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And the Rain Came Pouring

A mikvah is a specially constructed ritual pool in which women immerse to purify themselves following their monthly menses. Observance of the mitzvah of mikvah and all its details, known as taharas hamishpachah, family purity, is considered the cornerstone of Jewish life.Chabad, Chabad Mikvah, Chabad House

A mikvah is constructed by digging two pits, either side by side or one atop the other. The bottom pool, or one side pool, is filled with rainwater, while the other is filled with fresh water, and the water changed regularly. A hole connects the two pools, giving both pools the status of a mikvah. The process of collecting rainwater for the mikvah is an intricate one, since the water must be connected to its source at all times.

The geographical position of Eilat, Israel, causes various objective problems when it comes to building a mikvah. Eilat is in the Negev desert, where it seldom rains. Many winter seasons can pass without any real precipitation. And when it does rain, it is not continuous, making it very difficult to fill up a mikvah with rainwater. With this being the case, the rabbis of Eilat rely on a halachic ruling permitting the cistern of the mikvah to be filled with ice. However, according to all opinions a mikvah filled with rainwater is preferable.

When Rabbi Yosef Hecht first arrived in Eilat to serve as rabbi, he was very bothered by this problem. However, there was no alternative but to rely on the more lenient view. Yet, Rabbi Hecht decided that he would do his best to fill up the cistern with pure rainwater. He gave instructions to empty the cistern in a particular mikvah and prepare it to be filled up with rainwater. In the meantime, he prayed to G-d to grant them sufficient rain to be able to fill the cistern.

The winter passed and the mikvah remained completely dry. The members of the local religious council put pressure on Rabbi Hecht to abandon the idea and fill the mikvah with ice. Their claims were in fact justified, as the mikvah was left empty and unusable. Somehow he managed to convince them to wait until the next winter.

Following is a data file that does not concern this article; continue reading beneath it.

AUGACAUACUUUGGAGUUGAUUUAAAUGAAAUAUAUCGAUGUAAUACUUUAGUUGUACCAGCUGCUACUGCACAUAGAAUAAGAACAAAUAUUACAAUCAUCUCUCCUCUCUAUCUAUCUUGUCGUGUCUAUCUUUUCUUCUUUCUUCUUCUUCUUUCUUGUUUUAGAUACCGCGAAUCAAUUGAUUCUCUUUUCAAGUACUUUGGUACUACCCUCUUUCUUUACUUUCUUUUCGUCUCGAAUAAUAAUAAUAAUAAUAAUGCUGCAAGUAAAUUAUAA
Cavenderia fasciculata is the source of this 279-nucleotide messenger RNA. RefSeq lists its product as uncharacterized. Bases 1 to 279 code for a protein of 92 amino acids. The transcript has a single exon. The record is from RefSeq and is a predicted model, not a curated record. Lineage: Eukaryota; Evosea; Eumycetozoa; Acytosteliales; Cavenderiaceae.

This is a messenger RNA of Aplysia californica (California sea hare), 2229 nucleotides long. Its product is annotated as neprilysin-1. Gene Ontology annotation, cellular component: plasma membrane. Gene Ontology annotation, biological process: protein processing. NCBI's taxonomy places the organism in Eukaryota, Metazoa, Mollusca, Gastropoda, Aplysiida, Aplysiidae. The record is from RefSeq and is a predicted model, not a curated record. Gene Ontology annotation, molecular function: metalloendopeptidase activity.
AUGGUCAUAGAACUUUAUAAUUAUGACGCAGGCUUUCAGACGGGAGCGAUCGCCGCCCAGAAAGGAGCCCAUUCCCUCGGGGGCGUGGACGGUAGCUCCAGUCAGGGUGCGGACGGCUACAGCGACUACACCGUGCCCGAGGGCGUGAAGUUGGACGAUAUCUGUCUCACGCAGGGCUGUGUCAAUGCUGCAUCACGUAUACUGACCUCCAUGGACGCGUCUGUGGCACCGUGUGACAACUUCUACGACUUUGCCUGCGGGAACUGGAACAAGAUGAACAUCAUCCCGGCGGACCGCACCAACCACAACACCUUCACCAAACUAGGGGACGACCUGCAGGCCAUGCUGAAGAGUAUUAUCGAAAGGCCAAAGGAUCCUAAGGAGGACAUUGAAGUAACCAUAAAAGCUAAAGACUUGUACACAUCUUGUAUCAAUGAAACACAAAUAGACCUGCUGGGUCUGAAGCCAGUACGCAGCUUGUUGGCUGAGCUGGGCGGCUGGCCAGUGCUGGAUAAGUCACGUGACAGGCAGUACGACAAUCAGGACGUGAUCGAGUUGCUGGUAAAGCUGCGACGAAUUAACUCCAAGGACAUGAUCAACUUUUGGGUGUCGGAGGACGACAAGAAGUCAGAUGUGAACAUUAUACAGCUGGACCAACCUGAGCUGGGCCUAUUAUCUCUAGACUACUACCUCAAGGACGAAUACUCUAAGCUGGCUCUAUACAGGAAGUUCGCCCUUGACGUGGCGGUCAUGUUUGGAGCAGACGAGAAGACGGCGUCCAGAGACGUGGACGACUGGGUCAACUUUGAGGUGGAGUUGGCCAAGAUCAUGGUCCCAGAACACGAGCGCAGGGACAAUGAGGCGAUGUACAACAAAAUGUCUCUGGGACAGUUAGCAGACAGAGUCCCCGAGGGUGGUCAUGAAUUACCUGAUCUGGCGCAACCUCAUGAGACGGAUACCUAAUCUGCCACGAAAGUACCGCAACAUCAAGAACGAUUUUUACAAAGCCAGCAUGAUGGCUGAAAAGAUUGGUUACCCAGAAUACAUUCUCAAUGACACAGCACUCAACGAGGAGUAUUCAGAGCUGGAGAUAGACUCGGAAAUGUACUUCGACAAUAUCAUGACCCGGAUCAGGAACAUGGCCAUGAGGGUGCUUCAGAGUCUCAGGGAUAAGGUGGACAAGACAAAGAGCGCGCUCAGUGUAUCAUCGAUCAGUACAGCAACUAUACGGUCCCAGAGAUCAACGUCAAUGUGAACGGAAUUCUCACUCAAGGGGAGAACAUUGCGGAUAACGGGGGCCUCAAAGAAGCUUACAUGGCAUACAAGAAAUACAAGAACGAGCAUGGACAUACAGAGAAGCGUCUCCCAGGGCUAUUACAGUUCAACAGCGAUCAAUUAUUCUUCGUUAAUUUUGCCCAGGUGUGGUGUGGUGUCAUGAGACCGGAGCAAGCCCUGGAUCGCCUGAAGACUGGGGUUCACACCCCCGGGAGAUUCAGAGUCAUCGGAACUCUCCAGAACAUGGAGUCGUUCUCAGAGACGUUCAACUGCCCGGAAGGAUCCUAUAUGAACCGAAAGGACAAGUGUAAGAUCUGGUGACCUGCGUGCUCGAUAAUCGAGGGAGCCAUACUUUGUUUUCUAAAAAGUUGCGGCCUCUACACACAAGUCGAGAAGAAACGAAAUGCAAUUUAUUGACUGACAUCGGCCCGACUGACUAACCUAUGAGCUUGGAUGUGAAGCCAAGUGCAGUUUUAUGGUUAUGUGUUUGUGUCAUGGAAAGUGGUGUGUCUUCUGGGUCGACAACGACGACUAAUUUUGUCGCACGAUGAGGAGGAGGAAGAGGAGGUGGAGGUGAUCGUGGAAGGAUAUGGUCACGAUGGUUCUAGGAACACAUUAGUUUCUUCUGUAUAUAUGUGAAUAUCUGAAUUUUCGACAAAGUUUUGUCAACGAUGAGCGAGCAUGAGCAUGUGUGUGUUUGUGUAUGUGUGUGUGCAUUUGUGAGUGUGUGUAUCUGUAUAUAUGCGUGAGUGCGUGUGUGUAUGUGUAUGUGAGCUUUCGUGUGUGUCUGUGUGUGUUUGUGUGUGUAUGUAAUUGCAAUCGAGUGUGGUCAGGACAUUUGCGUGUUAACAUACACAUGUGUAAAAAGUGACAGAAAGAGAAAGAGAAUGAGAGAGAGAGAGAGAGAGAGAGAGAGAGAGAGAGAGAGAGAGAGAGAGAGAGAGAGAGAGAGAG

When the rainy season approached, Rabbi Hecht was very worried about the problem. He decided to ask the Lubavitcher Rebbe for his blessing. There are many stories in the Talmud about righteous Jews praying for rain. “If it is permitted to turn to a tzadik for the sake of watering the soil to yield better produce, surely it is permissible to approach a tzadik for the sake of the observance of the mitzvah of family purity at the highest level,” he reasoned.

Rabbi Hecht wrote to the Rebbe describing the situation in detail, and asked that the Rebbe arouse Divine compassion so that rains would fall and fill up the cistern for rainwater in the Eilat mikvah. Not long after sending off this letter, rain began to fall in torrents for a period of eight hours.

It is worthwhile to note that the rains fell on the night of the Shabbat when the Torah portion of Noah is read! It is written in Scriptures and in Chassidic discourses that the forty days of the deluge are connected with the forty seah (a measure) of water needed for a mikvah. The purpose of the deluge was to purify the world, and that is why the whole earth was immersed under water. In Eilat they saw that the deluge that poured down on Shabbat brought about additional holiness in the observance of the laws of Jewish family purity.



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